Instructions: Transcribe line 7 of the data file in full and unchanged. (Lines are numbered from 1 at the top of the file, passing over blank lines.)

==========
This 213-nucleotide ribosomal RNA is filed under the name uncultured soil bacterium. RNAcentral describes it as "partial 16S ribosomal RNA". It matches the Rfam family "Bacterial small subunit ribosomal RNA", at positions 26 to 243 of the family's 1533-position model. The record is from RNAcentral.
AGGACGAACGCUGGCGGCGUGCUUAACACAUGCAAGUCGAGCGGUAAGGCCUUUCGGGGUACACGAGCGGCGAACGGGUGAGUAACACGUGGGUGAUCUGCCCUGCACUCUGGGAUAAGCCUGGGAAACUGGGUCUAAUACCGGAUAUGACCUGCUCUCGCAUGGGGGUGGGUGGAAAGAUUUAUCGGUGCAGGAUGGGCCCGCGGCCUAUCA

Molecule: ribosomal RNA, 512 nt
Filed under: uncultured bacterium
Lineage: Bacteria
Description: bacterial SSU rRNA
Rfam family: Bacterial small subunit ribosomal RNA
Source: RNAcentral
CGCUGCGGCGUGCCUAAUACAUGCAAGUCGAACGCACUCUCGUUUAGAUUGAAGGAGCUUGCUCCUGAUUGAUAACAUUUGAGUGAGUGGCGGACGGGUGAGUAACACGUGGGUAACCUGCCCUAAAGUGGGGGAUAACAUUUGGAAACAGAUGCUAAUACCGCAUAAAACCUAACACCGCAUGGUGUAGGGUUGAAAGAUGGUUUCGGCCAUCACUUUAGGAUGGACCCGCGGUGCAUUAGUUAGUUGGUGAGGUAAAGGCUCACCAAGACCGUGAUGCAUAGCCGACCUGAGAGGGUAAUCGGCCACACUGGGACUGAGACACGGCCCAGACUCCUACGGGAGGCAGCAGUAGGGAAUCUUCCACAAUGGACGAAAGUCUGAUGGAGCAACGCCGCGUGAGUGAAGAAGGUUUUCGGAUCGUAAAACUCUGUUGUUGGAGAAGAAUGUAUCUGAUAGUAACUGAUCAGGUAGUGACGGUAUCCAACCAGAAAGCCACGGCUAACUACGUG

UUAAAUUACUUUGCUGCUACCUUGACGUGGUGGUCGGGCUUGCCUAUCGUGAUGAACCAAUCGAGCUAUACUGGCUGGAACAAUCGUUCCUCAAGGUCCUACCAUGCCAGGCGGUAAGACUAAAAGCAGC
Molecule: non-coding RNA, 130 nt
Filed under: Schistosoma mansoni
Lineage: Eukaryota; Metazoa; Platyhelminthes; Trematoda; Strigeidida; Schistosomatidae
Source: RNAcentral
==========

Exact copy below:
Rfam family: Bacterial small subunit ribosomal RNA